Ver. 125. Mears, Warner, Wilkins) Booksellers and printers of much anonymous stuff

Ver. 126. Breval, Bond, Besaleel,] I foresee it will be objected from this line, that we were in an error in our assertion on ver. 50 of this book, that More was a fictitious name, since those persons are equally represented by the poel as phantoms. So at first sight it may be seen; but be not deceived, reader; these also are not real persons. 'Tis true, Curll declares Breval a captain, author of a piece called The Confederates; but Curll first said it was written by Joseph Gay. Is his second assertion to be credited any more than his first? He likewise affirms Bond to be one who writ a satire on our

Curll stretches after Gay, but Gay is gone,
He grasps an empty Joseph for a John:
So Proteus, hunted in a nobler shape,
Became, when seiz'd, a puppy, or an ape. 130

To him the goddess: 'Son! thy grief lay down
And turn this whole illusion on the town:
As the sage dame, experienc'd in her trade,
By names of toasts retails each batter'd jade
(When hapless Monsieur much complains at Paris
Of wrongs from duchesses and lady Maries);
Be thine, my stationer! this magic gift;
Cook shall be Prior; and Concanen, Swift :


poet: but where is such a satire to be found? where was such a writer ever heard of? As for Besaleel, it carries forgery in the very name; nor is it, as the others are, a surname. Thou mayst depend upon it, no such authors ever liv'd; all phantoms.

SCRIBL. Ver. 128. Joseph Gay, a fictitious name put by Curll before several pamphlets, which made them pass with many for Mr. Gay's. The ambiguity of the word Joseph, which likewise signifies a loose uppercoat, gives much pleasantry to the idea.

Ver. 132. And turn this whole illusion on the town :) It was a common practice of this bookseller to publish vile pieces of obscure hands under the names of eminent authors.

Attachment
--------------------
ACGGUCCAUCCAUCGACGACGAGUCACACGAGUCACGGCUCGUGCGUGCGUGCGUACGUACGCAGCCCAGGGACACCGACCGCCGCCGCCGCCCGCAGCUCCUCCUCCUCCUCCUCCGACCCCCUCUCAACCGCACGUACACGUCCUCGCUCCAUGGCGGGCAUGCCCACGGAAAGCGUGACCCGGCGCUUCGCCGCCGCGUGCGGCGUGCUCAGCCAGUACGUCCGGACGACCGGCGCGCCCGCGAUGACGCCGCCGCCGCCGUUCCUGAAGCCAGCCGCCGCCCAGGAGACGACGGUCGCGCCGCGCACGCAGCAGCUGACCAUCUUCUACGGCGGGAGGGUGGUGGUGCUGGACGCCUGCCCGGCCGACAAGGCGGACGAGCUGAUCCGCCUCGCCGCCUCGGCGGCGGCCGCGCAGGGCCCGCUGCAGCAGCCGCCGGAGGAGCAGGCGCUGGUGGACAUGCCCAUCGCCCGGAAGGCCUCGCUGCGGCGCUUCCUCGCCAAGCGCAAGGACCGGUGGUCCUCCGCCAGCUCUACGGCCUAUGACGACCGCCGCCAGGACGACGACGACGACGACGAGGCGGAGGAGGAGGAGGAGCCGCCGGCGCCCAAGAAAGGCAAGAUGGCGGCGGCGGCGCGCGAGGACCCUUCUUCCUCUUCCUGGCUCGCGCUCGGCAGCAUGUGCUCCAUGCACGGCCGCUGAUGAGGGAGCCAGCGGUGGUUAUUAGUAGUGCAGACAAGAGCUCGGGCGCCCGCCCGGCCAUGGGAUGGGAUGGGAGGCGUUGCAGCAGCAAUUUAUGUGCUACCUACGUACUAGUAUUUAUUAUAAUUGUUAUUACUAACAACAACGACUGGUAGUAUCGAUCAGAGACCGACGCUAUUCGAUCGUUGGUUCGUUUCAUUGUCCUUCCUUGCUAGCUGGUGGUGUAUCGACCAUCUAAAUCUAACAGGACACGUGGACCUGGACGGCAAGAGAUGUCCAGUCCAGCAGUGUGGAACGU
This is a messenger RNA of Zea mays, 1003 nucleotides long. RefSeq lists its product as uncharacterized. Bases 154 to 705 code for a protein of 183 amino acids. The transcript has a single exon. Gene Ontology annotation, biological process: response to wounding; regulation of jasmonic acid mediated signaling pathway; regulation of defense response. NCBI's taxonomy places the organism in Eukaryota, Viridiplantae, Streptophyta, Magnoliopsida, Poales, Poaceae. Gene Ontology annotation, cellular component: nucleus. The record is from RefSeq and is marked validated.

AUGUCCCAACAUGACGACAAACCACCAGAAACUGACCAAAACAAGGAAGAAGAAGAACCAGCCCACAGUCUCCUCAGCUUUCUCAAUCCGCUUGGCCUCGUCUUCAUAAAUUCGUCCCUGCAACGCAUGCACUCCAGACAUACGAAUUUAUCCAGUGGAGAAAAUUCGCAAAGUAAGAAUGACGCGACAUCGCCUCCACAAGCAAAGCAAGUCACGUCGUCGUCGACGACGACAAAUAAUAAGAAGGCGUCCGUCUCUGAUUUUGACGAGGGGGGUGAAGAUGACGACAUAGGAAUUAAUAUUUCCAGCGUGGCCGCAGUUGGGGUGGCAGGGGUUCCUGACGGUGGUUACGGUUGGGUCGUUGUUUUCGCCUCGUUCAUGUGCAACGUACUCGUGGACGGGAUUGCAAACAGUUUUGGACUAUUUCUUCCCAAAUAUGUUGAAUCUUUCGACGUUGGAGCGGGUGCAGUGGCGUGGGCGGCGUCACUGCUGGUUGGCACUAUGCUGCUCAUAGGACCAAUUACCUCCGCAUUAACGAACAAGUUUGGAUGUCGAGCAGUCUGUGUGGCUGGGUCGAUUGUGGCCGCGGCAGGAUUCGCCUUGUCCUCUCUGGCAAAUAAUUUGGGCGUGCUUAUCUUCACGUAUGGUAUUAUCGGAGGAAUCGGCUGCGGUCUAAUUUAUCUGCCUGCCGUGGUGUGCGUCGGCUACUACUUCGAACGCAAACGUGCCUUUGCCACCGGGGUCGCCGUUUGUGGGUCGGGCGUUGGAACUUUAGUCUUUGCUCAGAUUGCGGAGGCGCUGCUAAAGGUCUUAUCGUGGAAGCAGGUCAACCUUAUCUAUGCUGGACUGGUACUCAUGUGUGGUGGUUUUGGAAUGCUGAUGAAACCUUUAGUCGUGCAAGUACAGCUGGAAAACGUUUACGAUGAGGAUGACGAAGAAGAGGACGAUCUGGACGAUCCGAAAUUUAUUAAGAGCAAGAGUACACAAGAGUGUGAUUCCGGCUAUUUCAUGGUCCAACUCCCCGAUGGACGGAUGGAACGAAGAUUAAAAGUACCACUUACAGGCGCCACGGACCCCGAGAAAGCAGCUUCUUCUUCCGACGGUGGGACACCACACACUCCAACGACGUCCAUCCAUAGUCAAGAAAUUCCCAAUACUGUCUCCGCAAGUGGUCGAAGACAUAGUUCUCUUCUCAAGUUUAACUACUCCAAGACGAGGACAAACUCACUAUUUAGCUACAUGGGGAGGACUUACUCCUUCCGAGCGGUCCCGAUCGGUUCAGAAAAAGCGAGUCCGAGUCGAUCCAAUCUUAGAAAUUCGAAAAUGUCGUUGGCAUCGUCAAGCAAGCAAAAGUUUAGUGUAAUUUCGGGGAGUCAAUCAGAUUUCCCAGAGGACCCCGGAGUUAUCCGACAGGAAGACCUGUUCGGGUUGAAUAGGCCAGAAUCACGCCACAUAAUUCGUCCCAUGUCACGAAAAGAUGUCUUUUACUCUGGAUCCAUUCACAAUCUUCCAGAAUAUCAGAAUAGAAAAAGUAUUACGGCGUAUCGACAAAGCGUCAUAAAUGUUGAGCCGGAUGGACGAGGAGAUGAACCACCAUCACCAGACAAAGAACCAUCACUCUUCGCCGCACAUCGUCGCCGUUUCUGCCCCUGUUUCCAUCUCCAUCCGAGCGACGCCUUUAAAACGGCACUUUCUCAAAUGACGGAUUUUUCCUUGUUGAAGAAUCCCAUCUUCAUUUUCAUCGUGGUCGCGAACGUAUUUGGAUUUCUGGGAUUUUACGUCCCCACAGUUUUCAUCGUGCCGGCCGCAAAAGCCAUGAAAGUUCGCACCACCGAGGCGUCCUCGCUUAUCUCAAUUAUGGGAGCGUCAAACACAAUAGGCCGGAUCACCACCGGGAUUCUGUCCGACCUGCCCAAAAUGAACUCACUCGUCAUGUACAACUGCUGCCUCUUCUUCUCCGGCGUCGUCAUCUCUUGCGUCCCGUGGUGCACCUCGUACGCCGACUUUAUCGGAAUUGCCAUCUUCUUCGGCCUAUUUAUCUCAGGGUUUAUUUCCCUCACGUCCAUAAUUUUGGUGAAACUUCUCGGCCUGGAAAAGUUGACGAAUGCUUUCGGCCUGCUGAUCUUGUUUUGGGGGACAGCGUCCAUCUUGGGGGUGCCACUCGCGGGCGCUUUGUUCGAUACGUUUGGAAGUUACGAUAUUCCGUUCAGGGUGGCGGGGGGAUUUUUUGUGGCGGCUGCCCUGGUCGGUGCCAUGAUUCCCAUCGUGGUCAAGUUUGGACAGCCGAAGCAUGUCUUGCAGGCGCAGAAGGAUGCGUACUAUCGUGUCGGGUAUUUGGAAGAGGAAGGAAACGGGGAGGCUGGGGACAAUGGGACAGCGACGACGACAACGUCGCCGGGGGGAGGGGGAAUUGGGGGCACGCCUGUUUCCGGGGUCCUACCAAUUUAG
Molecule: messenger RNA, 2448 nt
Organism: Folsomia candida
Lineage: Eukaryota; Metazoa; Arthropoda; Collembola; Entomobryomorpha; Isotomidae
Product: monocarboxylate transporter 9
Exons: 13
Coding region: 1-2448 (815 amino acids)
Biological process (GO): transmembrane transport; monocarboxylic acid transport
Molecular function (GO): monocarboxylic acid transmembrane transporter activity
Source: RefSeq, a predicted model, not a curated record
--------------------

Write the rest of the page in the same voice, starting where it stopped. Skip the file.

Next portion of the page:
Ver. 138. Cook shall be Prior ] The man bere specified writ a thing called The Battle of the Poets, in which Philips and Welsted were the heroes, and Swift and Pope utterly routed. He also published some malevolent things in the British, London, and Daily Jouroals; and at the same time wrote letters to Mr. Pope, protesting his innocence. His chief work was a translation of Hesiod, to which Theobald writ notes and half notes, which he carefully owned.

So shall each hostile name become our own,
And we too boast our Garth and Addison.


REMARKS. Ver. 138. and Concanen, Swift:) In the first edition of this poem there were only asterisks in this place, but the names were since inserted, merely to fill up the verse, and give ease to the ear of the reader.

Ver. 140. And we too boast our Garth and Addison.] Nothing is more remarkable than our author's love of praising good writers. He has in this very poem celebrated Mr. Locke, sir Isaac Newton, Dr. Barrow, Dr. Atterbury, Mr. Dryden, Mr. Congreve, Dr. Garth, Mr. Addison ; in a word, almost every man of his time that deserved it; even Cibber him. self (presuming him to be the author of the Careless Husband). It was very difficult to have that pleasure in a poem on this subject, yet he has found means to insert their panegyric, and has made even Dulness out of her own mouth pronounce it. It must have been particularly agreeable to him to co lebrate Dr. Garth; both as his constant friend, and as he was his predecessor in this kind of satire. The Dispensary attacked the whole body of apothecaries, a much more useful one undoubtedly than that of the bad poets; if in truth this can be a body, of which no two members ever agreed. It also did, what Mr. Theobald says is unpardonable, drav in parts of private character, and introduced persons independent of his subject. Much more would Boileau have incurred his censure, who left all subjects whatever, on all occasions, to fall upon the bad poets (which, it is to be feared, would have been more immediately his concern). But certainly next to commending good writers, the greatest service to learning is to expose the bad, who can only that way be made of any use to it. This truth is very well set forth in these lines addressed to our author: